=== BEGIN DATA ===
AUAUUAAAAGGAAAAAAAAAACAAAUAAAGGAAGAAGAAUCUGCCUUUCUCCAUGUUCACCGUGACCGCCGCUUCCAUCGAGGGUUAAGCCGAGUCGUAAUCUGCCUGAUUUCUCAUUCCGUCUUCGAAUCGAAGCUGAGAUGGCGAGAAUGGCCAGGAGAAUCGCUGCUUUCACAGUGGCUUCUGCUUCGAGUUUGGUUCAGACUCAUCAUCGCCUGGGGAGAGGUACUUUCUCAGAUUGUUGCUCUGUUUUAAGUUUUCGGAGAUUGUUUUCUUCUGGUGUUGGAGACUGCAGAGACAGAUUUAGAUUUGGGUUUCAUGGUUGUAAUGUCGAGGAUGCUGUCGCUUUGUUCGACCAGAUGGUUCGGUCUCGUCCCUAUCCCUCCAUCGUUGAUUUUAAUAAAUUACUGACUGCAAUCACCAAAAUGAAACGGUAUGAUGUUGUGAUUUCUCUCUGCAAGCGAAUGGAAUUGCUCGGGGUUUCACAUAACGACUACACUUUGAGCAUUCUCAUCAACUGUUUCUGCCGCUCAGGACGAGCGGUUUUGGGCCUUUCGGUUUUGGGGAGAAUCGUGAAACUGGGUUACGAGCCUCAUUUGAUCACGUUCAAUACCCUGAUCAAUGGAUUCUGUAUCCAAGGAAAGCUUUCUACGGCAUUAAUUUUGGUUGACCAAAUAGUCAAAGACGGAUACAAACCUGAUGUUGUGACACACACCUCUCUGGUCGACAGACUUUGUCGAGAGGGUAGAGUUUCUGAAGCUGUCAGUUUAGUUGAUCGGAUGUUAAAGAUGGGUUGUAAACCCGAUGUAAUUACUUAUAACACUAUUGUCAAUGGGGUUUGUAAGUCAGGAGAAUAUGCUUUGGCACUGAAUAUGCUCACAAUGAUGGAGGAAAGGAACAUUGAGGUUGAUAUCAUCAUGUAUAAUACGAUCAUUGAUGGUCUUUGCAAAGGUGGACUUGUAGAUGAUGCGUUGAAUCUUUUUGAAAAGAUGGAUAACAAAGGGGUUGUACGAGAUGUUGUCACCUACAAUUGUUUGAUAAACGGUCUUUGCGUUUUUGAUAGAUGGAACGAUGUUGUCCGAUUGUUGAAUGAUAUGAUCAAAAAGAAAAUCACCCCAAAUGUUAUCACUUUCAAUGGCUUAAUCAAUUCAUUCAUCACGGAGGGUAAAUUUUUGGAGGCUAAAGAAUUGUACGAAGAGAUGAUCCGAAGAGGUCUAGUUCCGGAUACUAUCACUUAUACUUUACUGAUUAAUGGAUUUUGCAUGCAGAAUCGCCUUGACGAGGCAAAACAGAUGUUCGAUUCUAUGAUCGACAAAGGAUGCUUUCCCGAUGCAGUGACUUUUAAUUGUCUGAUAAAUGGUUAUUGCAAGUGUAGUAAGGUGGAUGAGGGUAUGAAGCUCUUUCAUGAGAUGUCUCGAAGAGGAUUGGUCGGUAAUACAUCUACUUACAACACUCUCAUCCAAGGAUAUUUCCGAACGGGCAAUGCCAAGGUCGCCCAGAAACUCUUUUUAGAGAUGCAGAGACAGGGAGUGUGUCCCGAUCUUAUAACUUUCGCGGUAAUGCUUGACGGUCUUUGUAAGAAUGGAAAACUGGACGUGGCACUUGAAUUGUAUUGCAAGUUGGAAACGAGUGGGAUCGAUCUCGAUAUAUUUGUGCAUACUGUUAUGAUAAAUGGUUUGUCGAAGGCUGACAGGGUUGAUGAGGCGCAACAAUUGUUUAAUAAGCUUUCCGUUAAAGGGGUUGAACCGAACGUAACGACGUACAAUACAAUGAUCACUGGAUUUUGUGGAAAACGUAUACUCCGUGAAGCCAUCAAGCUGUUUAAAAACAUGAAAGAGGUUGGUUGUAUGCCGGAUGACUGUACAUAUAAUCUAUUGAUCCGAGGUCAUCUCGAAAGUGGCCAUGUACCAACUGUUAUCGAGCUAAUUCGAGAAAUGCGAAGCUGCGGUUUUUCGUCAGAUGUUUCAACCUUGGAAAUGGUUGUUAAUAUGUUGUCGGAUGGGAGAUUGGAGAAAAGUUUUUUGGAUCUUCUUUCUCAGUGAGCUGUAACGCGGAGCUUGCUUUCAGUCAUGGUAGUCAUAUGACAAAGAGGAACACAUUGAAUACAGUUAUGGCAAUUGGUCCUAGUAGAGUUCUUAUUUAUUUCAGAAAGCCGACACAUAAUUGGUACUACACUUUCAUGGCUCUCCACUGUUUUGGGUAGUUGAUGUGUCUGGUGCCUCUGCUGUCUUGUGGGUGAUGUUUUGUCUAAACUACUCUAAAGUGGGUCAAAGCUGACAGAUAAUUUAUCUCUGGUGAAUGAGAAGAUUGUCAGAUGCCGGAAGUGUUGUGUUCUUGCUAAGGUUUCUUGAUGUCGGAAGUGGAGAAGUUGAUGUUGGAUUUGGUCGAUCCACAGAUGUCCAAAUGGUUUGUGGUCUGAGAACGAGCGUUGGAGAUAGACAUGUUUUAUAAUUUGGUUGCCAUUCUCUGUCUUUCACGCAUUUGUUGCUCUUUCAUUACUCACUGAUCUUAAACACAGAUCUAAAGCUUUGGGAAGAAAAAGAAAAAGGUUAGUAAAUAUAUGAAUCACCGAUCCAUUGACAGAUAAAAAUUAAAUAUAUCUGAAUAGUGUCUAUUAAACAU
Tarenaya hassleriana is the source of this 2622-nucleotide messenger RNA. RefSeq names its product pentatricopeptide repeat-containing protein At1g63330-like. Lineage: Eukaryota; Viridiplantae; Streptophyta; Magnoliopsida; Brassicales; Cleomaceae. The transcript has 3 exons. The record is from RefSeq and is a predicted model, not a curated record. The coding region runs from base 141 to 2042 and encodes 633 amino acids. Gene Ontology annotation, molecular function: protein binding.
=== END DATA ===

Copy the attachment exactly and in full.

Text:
AUAUUAAAAGGAAAAAAAAAACAAAUAAAGGAAGAAGAAUCUGCCUUUCUCCAUGUUCACCGUGACCGCCGCUUCCAUCGAGGGUUAAGCCGAGUCGUAAUCUGCCUGAUUUCUCAUUCCGUCUUCGAAUCGAAGCUGAGAUGGCGAGAAUGGCCAGGAGAAUCGCUGCUUUCACAGUGGCUUCUGCUUCGAGUUUGGUUCAGACUCAUCAUCGCCUGGGGAGAGGUACUUUCUCAGAUUGUUGCUCUGUUUUAAGUUUUCGGAGAUUGUUUUCUUCUGGUGUUGGAGACUGCAGAGACAGAUUUAGAUUUGGGUUUCAUGGUUGUAAUGUCGAGGAUGCUGUCGCUUUGUUCGACCAGAUGGUUCGGUCUCGUCCCUAUCCCUCCAUCGUUGAUUUUAAUAAAUUACUGACUGCAAUCACCAAAAUGAAACGGUAUGAUGUUGUGAUUUCUCUCUGCAAGCGAAUGGAAUUGCUCGGGGUUUCACAUAACGACUACACUUUGAGCAUUCUCAUCAACUGUUUCUGCCGCUCAGGACGAGCGGUUUUGGGCCUUUCGGUUUUGGGGAGAAUCGUGAAACUGGGUUACGAGCCUCAUUUGAUCACGUUCAAUACCCUGAUCAAUGGAUUCUGUAUCCAAGGAAAGCUUUCUACGGCAUUAAUUUUGGUUGACCAAAUAGUCAAAGACGGAUACAAACCUGAUGUUGUGACACACACCUCUCUGGUCGACAGACUUUGUCGAGAGGGUAGAGUUUCUGAAGCUGUCAGUUUAGUUGAUCGGAUGUUAAAGAUGGGUUGUAAACCCGAUGUAAUUACUUAUAACACUAUUGUCAAUGGGGUUUGUAAGUCAGGAGAAUAUGCUUUGGCACUGAAUAUGCUCACAAUGAUGGAGGAAAGGAACAUUGAGGUUGAUAUCAUCAUGUAUAAUACGAUCAUUGAUGGUCUUUGCAAAGGUGGACUUGUAGAUGAUGCGUUGAAUCUUUUUGAAAAGAUGGAUAACAAAGGGGUUGUACGAGAUGUUGUCACCUACAAUUGUUUGAUAAACGGUCUUUGCGUUUUUGAUAGAUGGAACGAUGUUGUCCGAUUGUUGAAUGAUAUGAUCAAAAAGAAAAUCACCCCAAAUGUUAUCACUUUCAAUGGCUUAAUCAAUUCAUUCAUCACGGAGGGUAAAUUUUUGGAGGCUAAAGAAUUGUACGAAGAGAUGAUCCGAAGAGGUCUAGUUCCGGAUACUAUCACUUAUACUUUACUGAUUAAUGGAUUUUGCAUGCAGAAUCGCCUUGACGAGGCAAAACAGAUGUUCGAUUCUAUGAUCGACAAAGGAUGCUUUCCCGAUGCAGUGACUUUUAAUUGUCUGAUAAAUGGUUAUUGCAAGUGUAGUAAGGUGGAUGAGGGUAUGAAGCUCUUUCAUGAGAUGUCUCGAAGAGGAUUGGUCGGUAAUACAUCUACUUACAACACUCUCAUCCAAGGAUAUUUCCGAACGGGCAAUGCCAAGGUCGCCCAGAAACUCUUUUUAGAGAUGCAGAGACAGGGAGUGUGUCCCGAUCUUAUAACUUUCGCGGUAAUGCUUGACGGUCUUUGUAAGAAUGGAAAACUGGACGUGGCACUUGAAUUGUAUUGCAAGUUGGAAACGAGUGGGAUCGAUCUCGAUAUAUUUGUGCAUACUGUUAUGAUAAAUGGUUUGUCGAAGGCUGACAGGGUUGAUGAGGCGCAACAAUUGUUUAAUAAGCUUUCCGUUAAAGGGGUUGAACCGAACGUAACGACGUACAAUACAAUGAUCACUGGAUUUUGUGGAAAACGUAUACUCCGUGAAGCCAUCAAGCUGUUUAAAAACAUGAAAGAGGUUGGUUGUAUGCCGGAUGACUGUACAUAUAAUCUAUUGAUCCGAGGUCAUCUCGAAAGUGGCCAUGUACCAACUGUUAUCGAGCUAAUUCGAGAAAUGCGAAGCUGCGGUUUUUCGUCAGAUGUUUCAACCUUGGAAAUGGUUGUUAAUAUGUUGUCGGAUGGGAGAUUGGAGAAAAGUUUUUUGGAUCUUCUUUCUCAGUGAGCUGUAACGCGGAGCUUGCUUUCAGUCAUGGUAGUCAUAUGACAAAGAGGAACACAUUGAAUACAGUUAUGGCAAUUGGUCCUAGUAGAGUUCUUAUUUAUUUCAGAAAGCCGACACAUAAUUGGUACUACACUUUCAUGGCUCUCCACUGUUUUGGGUAGUUGAUGUGUCUGGUGCCUCUGCUGUCUUGUGGGUGAUGUUUUGUCUAAACUACUCUAAAGUGGGUCAAAGCUGACAGAUAAUUUAUCUCUGGUGAAUGAGAAGAUUGUCAGAUGCCGGAAGUGUUGUGUUCUUGCUAAGGUUUCUUGAUGUCGGAAGUGGAGAAGUUGAUGUUGGAUUUGGUCGAUCCACAGAUGUCCAAAUGGUUUGUGGUCUGAGAACGAGCGUUGGAGAUAGACAUGUUUUAUAAUUUGGUUGCCAUUCUCUGUCUUUCACGCAUUUGUUGCUCUUUCAUUACUCACUGAUCUUAAACACAGAUCUAAAGCUUUGGGAAGAAAAAGAAAAAGGUUAGUAAAUAUAUGAAUCACCGAUCCAUUGACAGAUAAAAAUUAAAUAUAUCUGAAUAGUGUCUAUUAAACAU
Tarenaya hassleriana is the source of this 2622-nucleotide messenger RNA. RefSeq names its product pentatricopeptide repeat-containing protein At1g63330-like. Lineage: Eukaryota; Viridiplantae; Streptophyta; Magnoliopsida; Brassicales; Cleomaceae. The transcript has 3 exons. The record is from RefSeq and is a predicted model, not a curated record. The coding region runs from base 141 to 2042 and encodes 633 amino acids. Gene Ontology annotation, molecular function: protein binding.